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eBay No Longer Your Best Source for Low-end Macs

- 2006.10.03

It seems that everyone has made eBay their first stop for used equipment these days.

Does this frenzy of bidding mean that you can no longer get a great deal on a preowned Mac?

In early 2001, I needed a PowerBook for Web access when traveling. I really liked the PowerBook 1400 models, which had been out for more than a few of years, but they were still quite pricey on the used market.

Fortunately for my meager bankroll, I didn't need anything that fancy.

The 68040-based 500 series PowerBooks could run Mac OS 8.1, Eudora for email, Fetch for FTP uploads, and iCab for browsing. I could easily plug in a serial cable and make AppleTalk data transfers to my home Mac. (At the time, this was a PowerPC 601-accelerated Quadra 950.)

I knew I couldn't spring for a good working PowerBook, so I started bidding on the "for parts" ones, knowing that I had the time and skill to repair them. I ended up with two 520c PowerBooks and a 540c, all in broken or non-working condition, purchased for US$17 to $50 each.

As it turned out, there was nothing seriously wrong with any of them, and I was able to repair them all with just a few more dollars worth of parts. When I upgraded to a 1400c/166 late in 2003, I sold all three of these 'Books on eBay at a surprising profit.

PowerBook 540c
A repaired $50 "parts" PowerBook 540c. It sold for US$125, after nearly three years of use.

My 1400c started out as two eBay "parts" PowerBooks. I bought a third "parts" 1400 later and fixed it for my wife to use. None of these were purchased for more than US$85 with shipping.

The PowerBook 1400s were serviceable for a few years, even after I moved to OS X on my desktop Macs. It was still fairly easy to import Eudora messages into Mail, but there were other programs that weren't compatible.

The old batteries had lost their capacity, and I couldn't see spending the money to rebuild batteries for PowerBooks that really weren't serving us that well anymore.

My eBay System Crashes

Recently, the inevitability of needing an OS X 'Book drove me back to eBay. This time I was after bargain broken PowerBook "Pismo" G3s. I was in for an eye-opener.

I was shocked to see beat up, non-working Pismos with important parts missing going for well over US$100! I followed the auctions for three wasted weeks. I had bid on only one broken Pismo, and it went for more than twice what I thought was fair for the horrible condition it was in.

Were these buyers crazy?

There really didn't appear to be much, if any, savings in building a working Pismo from the parts of non-working ones. The same appeared to be true for the G3 iBooks.

Buying from a Retailer Can Be an Attractive Option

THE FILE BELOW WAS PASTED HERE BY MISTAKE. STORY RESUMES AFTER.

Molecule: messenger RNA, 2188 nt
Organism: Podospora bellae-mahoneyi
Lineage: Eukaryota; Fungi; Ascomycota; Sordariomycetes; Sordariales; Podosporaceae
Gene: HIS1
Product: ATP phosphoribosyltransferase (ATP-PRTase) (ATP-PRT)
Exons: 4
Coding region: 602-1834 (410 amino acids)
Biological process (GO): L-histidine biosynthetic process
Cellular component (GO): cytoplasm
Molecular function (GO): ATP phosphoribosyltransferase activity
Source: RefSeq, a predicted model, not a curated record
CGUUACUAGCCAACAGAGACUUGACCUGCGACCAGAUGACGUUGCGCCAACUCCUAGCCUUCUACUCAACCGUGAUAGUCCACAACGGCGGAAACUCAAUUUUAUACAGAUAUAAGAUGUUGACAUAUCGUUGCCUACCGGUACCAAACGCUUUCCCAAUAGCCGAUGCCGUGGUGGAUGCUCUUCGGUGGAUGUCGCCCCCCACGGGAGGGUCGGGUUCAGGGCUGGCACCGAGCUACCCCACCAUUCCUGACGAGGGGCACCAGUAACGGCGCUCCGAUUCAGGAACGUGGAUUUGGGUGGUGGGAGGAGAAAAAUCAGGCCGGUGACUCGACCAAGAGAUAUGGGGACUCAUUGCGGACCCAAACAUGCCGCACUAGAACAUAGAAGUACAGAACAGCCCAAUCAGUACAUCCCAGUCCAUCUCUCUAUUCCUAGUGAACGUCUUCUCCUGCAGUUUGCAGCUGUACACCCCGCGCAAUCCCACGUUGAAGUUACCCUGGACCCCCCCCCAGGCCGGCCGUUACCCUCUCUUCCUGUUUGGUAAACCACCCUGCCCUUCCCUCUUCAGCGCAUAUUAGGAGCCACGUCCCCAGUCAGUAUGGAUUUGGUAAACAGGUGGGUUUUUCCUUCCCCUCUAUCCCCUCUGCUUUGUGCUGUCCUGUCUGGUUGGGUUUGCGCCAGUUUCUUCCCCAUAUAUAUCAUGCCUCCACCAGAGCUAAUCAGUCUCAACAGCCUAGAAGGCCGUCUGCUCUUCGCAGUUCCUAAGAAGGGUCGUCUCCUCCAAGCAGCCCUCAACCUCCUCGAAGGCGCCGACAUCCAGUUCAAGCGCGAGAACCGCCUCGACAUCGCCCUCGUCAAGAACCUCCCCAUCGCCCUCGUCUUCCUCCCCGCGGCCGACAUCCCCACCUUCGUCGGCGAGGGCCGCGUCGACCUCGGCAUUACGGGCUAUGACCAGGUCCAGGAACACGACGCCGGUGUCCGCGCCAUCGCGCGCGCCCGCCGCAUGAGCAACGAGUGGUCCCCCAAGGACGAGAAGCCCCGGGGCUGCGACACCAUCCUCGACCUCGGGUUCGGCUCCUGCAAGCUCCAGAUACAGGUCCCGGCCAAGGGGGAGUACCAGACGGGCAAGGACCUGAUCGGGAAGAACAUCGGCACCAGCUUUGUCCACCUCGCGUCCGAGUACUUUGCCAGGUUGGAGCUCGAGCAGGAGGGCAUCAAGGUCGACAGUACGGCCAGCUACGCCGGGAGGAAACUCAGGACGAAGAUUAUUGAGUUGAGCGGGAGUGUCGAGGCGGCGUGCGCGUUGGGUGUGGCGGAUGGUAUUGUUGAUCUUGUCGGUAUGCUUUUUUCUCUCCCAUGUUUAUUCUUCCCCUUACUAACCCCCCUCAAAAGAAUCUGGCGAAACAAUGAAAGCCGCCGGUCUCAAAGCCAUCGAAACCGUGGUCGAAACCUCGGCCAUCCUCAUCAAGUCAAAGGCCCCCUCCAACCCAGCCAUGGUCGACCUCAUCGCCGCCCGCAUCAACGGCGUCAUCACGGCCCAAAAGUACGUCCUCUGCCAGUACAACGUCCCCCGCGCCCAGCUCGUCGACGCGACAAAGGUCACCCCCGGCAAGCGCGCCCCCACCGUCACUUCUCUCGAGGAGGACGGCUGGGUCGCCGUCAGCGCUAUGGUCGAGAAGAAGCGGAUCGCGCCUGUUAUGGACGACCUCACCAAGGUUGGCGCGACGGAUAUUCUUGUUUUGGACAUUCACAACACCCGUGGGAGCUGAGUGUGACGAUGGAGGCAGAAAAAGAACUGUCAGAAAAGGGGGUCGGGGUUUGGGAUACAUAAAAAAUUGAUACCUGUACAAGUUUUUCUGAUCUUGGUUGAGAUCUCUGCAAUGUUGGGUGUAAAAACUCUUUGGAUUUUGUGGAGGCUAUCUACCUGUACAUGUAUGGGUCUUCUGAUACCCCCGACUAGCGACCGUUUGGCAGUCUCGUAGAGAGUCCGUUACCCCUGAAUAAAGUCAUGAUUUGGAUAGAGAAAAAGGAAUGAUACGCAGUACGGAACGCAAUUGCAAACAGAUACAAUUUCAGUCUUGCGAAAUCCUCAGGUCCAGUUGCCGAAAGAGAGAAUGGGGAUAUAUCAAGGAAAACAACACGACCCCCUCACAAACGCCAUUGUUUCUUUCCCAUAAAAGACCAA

I hadn't even considered buying a Mac from an alternate online source until a timely link on Low End Mac grabbed my attention. It lead to a short piece about a quantity of used G3 iBooks being sold inexpensively by Other World Computing.

I have purchased memory, drives, and other odds and ends from OWC in the past. I went to the site, logged in, and purchased a basic 12" 500 MHz G3 iBook with some extra memory installed for just over US$202 including shipping. This was more than I wanted to spend, but the iBook came with clean OS 9 and OS X 10.2.8 installations, a useful applications package, all parts intact and working - plus a 60 day guarantee.

I couldn't come close to that price for a comparable working iBook on eBay.

Not a Buyers's Market

I got curious about other used Mac prices on eBay. Has it truly become a seller's marketplace? A quick look at some completed auctions for iMacs and G4 iBooks seemed to bear this out.

Compared to the prices on the Low End Mac's Best Deals pages, you can still save around $30 to $80 on working used Macs that normally retail in the $300 to $700 range by buying them on eBay. That doesn't include shipping, which is often over-inflated, and rarely does it include a meaningful guarantee ("not DOA" isn't a guarantee). In addition, you may still have to replace dead batteries or missing parts.

For the auctions that specifically describe a like-new working Mac with all parts and applicable peripherals, the savings are considerably less.

Your time is also worth something. Factor in the time spent searching and watching auctions and placing bids. I know I don't find these activities nearly as enjoyable as I used to, especially when hours are spent that yield nothing.

When you have added in some or all of these factors, your apparent eBay savings may be only an illusion.

Beyond eBay

Online retail prices for used Macs have gotten much better in recent years. eBay prices have undoubtedly contributed to this.

Consider that when you choose to buy from a used Mac source such as OWC, Small Dog, or Operator Headgap, just to name a few, the item has probably been put through a testing program and any faulty or borderline parts have been expertly replaced.

If a guarantee is provided, the retailer really doesn't want the item to come back for free repairs, so it's likely to be in pretty good condition when you get it.

Will the eBay Feeding Frenzy Ever Subside?

Barring mass buyer boycotts (maybe in an alternate universe), the pendulum probably won't swing back any time soon. eBay's successful TV ad campaigning in past few years may be one reason for this trend, but the days of cheap low-end Macs on eBay appear to be drawing to a close.

The good news is that you may actually be able to make some real money from your old Mac collection. LEM

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